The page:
A screen grab from Andrew Tolmans protest livestream on Aug 23.
A screen grab from Andrew Tolman's protest livestream on Aug 23. Andrew Tolman

This article was originally published on The Stranger's sister publication The Portland Mercury's blog Blogtown. Follow them for daily coverage of Portland's protests.

Since the ongoing Portland protests against police brutality began on May 29, Andrew Tolman has been a regular attendee. But Tolman isn’t just there as a protester—they also work to make the demonstrations accessible for Deaf and Hard of Hearing (HOH) people who are participating in or observing the protests.

Sometimes, that means interpreting police orders from English to American Sign Language (ASL) and guiding people who are physically present at the protests.

“From the beginning, we’ve had Deaf and Hard of Hearing people at the protests,” Tolman told the Mercury. “The Deaf people I’m out there with, their safety comes first. I try to stay between them and an escalation, so I can interpret for them what’s going on, for their safety… The [police] escalations continue to be inaccessible.”

Other nights, Tolman livestreams the protests on Facebook, regularly narrating the action in ASL for hundreds of Deaf and HOH people watching along at home. Most livestreams and media outlets don’t cater to Deaf or HOH people—and while many American Deaf people can read articles in English, ASL is usually their first language, making it the easiest way to process information.

“I have my own personal opinions, but my goal is for accessibility, and for people to know what’s going on on the ground and make their own decisions,” Tolman said about their livestream work. “I have Deaf and Hard of Hearing people who openly disagree with Black Lives Matter—but I want them to have an informed opinion on why they don’t agree with it, and part of that story is what’s going on in Portland. I’m there to fill in the blanks for them.”

Tolman works with Fingers Crossed Interpreting, a local organization that provides ASL interpreters for political and activism events. But Tolman said they don’t attend or livestream protests as an official interpreter—rather, they are there as “a protester who is making my feed and interactions accessible to people.” Tolman said their work is particularly necessary because orders from the Portland Police Bureau (PPB) can be difficult to understand, sometimes even for hearing people.

“There are people out there who have a huge range of physical, mental, cognitive, and emotional disabilities,” Tolman said. “The police are not only not proactive about meeting those needs, but also just don’t care about safety in general. It seems to me that riots and unlawful assemblies are called just so they can do the things that they do—rushing us and tear gassing us and arresting us.”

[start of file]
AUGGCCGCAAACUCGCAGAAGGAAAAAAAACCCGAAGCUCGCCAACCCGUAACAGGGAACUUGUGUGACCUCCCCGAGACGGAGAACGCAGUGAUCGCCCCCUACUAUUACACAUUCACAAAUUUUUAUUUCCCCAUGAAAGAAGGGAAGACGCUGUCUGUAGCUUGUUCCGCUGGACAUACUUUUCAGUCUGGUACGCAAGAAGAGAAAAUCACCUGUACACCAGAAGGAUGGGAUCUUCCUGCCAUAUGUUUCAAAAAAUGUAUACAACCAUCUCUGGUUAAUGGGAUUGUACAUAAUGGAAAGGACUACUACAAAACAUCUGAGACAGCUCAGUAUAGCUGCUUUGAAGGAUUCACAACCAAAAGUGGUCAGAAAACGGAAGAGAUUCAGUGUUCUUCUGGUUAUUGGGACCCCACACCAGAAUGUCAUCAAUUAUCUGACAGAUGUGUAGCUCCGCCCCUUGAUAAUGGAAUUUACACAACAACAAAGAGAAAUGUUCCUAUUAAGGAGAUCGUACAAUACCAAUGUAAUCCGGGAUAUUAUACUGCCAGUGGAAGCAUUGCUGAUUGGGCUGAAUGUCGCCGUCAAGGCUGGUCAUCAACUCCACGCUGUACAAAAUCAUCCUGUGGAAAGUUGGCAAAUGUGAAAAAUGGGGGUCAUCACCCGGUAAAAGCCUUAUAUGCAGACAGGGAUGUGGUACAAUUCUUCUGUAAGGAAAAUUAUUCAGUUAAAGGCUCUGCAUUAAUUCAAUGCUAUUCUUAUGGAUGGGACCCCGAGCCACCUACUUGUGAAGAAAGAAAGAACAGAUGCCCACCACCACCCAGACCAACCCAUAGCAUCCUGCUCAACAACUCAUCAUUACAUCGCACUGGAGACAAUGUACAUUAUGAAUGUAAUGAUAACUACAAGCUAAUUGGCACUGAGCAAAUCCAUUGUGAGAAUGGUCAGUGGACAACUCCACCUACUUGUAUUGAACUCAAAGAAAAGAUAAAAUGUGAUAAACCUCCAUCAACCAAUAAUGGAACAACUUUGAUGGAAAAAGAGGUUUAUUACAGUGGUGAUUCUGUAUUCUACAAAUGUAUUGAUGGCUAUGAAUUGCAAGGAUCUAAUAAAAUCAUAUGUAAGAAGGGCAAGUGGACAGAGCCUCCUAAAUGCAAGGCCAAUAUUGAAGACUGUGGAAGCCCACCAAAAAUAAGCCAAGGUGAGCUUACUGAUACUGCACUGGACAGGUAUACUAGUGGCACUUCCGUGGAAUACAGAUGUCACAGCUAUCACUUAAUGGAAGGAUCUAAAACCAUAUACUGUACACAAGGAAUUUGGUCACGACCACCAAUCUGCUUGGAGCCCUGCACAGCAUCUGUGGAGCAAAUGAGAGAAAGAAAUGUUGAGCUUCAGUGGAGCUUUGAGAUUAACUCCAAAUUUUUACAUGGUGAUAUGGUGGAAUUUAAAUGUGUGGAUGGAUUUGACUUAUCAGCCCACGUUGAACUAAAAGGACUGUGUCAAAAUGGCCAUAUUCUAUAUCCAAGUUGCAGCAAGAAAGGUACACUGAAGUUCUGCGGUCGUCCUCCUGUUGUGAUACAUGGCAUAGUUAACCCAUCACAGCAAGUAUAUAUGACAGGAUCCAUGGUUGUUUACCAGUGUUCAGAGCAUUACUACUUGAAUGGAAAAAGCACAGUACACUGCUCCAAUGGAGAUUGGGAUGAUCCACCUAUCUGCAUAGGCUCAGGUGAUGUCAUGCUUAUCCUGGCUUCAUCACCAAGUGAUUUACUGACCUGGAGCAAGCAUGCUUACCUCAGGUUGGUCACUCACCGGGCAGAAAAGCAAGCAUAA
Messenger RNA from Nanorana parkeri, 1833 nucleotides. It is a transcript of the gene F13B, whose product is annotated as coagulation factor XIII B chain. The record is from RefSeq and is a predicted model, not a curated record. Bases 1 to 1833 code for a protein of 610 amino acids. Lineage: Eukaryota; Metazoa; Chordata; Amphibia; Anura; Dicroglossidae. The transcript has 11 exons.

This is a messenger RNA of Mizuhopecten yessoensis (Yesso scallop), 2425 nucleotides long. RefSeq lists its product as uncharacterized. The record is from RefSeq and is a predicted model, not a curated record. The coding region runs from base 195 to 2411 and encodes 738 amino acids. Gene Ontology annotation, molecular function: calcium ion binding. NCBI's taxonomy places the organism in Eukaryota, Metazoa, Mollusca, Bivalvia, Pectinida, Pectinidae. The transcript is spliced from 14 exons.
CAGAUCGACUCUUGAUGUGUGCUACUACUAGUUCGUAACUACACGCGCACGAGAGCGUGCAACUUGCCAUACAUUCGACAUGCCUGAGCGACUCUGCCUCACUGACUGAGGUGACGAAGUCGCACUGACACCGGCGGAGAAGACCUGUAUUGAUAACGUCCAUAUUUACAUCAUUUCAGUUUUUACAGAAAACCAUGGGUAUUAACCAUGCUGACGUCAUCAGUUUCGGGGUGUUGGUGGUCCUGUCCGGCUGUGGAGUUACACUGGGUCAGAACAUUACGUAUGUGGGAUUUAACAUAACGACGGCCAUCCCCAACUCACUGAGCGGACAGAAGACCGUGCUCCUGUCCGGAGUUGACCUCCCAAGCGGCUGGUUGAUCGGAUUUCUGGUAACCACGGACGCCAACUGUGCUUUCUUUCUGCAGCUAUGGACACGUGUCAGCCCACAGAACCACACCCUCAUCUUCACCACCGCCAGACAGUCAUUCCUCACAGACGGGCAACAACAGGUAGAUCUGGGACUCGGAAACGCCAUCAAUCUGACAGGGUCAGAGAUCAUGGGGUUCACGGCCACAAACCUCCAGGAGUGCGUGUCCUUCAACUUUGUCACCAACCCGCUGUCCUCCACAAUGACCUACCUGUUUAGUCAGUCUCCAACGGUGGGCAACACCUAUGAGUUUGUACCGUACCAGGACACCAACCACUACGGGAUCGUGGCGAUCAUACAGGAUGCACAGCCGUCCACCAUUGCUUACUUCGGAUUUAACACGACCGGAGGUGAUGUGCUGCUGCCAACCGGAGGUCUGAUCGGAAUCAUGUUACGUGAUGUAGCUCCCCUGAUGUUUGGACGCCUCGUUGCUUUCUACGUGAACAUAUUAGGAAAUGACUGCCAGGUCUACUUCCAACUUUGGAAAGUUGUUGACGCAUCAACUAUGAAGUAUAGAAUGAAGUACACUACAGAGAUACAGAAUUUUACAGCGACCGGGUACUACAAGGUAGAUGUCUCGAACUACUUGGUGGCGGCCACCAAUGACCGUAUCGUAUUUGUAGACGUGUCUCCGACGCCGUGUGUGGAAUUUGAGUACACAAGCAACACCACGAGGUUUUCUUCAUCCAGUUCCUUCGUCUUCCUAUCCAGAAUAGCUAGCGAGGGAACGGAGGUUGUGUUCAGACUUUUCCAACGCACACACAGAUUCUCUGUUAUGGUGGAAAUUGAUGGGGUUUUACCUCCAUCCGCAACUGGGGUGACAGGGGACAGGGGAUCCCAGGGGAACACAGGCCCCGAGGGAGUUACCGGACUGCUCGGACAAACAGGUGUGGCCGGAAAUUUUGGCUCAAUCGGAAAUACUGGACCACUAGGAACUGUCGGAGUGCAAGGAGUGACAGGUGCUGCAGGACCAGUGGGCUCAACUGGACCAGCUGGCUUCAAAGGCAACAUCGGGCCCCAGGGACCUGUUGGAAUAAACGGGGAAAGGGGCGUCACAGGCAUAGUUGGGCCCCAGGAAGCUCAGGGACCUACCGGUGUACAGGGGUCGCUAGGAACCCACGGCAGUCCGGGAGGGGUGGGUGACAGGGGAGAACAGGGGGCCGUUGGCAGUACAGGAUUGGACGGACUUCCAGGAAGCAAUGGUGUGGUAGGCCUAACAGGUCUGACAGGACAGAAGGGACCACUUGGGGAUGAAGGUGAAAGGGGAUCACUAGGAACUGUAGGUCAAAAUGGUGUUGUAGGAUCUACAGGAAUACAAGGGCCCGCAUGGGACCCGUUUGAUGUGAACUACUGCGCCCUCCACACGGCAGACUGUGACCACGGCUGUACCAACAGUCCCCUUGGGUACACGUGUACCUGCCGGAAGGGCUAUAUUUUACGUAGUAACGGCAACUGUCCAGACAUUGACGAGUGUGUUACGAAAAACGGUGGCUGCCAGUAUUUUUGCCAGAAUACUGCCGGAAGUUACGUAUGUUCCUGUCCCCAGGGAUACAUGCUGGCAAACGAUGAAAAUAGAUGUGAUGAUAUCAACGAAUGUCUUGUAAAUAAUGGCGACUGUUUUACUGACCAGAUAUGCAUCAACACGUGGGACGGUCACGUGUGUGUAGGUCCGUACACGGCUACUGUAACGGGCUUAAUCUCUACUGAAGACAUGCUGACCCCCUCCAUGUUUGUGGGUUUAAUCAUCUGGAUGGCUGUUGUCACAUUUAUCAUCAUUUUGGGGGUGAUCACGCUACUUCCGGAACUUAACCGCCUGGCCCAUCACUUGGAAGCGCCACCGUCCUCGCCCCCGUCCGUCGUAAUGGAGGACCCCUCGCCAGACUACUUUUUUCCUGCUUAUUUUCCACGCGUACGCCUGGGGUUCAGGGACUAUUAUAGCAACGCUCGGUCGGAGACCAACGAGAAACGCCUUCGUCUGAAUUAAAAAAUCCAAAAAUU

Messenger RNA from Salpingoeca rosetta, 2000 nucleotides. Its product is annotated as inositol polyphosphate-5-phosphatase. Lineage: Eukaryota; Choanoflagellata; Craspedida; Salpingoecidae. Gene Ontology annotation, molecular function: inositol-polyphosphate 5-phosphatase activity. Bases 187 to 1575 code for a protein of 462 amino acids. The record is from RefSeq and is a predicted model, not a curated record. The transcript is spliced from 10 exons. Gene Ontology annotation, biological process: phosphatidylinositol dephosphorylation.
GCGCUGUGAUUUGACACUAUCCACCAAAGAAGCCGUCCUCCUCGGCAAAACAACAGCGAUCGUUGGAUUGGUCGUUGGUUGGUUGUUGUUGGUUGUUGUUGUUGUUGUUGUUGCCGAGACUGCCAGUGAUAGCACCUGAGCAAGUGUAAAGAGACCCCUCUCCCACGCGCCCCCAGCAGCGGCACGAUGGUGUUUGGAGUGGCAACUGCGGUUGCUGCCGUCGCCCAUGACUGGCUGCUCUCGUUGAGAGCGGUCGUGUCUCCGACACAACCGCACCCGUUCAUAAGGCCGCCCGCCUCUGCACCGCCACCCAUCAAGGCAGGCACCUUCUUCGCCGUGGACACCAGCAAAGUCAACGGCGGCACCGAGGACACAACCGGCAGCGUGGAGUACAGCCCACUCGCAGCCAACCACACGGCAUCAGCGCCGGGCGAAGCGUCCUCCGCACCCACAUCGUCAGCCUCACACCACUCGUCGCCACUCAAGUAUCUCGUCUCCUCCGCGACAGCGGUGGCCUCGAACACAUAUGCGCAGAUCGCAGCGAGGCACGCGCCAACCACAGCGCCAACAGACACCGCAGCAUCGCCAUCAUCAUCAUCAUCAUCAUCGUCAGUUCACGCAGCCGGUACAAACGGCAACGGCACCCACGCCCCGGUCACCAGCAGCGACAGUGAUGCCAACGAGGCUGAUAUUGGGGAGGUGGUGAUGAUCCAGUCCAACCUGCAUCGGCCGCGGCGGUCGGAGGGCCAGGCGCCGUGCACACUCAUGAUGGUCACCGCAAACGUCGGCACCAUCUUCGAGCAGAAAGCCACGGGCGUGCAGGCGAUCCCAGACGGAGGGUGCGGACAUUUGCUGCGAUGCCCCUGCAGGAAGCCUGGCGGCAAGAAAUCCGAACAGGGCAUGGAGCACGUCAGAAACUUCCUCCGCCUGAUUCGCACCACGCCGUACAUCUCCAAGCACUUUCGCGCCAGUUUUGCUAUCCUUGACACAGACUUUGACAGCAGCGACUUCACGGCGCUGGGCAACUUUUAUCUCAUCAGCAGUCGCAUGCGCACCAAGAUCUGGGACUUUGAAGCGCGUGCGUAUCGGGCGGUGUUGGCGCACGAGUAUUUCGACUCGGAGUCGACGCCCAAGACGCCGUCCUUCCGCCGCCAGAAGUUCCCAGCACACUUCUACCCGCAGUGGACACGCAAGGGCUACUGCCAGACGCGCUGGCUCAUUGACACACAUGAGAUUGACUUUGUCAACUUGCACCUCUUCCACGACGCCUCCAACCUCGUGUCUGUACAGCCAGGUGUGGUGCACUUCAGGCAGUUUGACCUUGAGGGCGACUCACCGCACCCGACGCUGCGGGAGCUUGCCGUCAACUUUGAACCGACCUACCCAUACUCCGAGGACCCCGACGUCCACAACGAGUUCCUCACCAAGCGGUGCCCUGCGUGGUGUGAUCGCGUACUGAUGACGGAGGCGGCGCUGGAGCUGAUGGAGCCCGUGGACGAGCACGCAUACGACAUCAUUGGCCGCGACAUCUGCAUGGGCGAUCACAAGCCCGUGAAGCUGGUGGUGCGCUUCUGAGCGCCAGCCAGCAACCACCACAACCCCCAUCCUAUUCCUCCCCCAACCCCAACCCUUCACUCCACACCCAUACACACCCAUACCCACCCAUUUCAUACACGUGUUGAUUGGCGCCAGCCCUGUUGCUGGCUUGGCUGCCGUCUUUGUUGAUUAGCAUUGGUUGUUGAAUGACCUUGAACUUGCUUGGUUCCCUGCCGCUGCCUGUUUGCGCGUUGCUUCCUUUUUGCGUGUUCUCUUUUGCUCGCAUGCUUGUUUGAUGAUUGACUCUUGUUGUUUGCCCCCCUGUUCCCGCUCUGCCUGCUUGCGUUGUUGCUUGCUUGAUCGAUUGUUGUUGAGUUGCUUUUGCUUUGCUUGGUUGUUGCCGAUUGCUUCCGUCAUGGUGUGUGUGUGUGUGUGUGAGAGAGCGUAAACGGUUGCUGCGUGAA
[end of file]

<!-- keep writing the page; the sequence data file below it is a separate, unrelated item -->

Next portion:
That’s what happened to Tolman when they were arrested last Saturday evening, August 23.

Tolman had been livestreaming since that afternoon, when violent right-wing protesters and antifascist counter-protesters crowded into downtown Portland—and PPB largely stayed absent from the confrontations. That evening, protesters against police brutality demonstrated outside the Penumbra Kelly building, which houses some PPB offices. Tolman livestreamed throughout the night, and police declared a riot shortly before midnight.

“I knew there were a lot of Deaf people watching and staying informed via my Facebook live,” Tolman said.

At about 12:30 am, they and a few friends were standing on the opposite side of the building from most of the protesters, talking and dancing on the sidewalk. The group was planning to leave soon when they spotted five or six police officers charging toward them, and Tolman quickly switched their livestream back on:

Tolman said that “all of us were thrown, all of us were beaten, all of us were pushed” by the officers. When Tolman tried to protect their friend from an officer’s blows, they said the officer replied “You want to be big and tough? Fine, you’re in it now,” and pushed Tolman to the ground. Tolman and one other friend were arrested—though they aren’t sure why.

“It was a bizarre evening, because usually police will do a couple different warnings,” Tolman said. “But we were just on the sidewalk dancing by ourselves, and that’s what we were arrested for.”

Tolman was charged with “interfering with a peace officer,” a catch-all term that means getting in a police officer’s way or not following a cop’s order. It’s been the most common charge pressed against protesters in Portland this year, and Multnomah County District Attorney Mike Schmidt said two weeks ago that he would decline to prosecute people with the charge. It’s often referred to as “IPO” for short.

“The officer that arrested me didn’t know what to charge us with,” Tolman said. “The sergeant was like, ‘IPO?’ and they said, “Yeah, sure.’”

Tolman spent the night in the Multnomah County Detention Center, and was released the next morning without bail. Tolman said an officer put his knee in their back while they were being arrested, and they’re still recovering from the injury, which is impacting their back, left shoulder, and left arm.

Tolman said their arrest and injuries are indicative of how PPB makes protests unsafe, and inaccessible for people with disabilities.

“That’s the whole reason I was down there—to interpret, and use my arms and hands to give access to people,” they said. “Now I can’t go out and do that stuff, which means things are now less accessible.”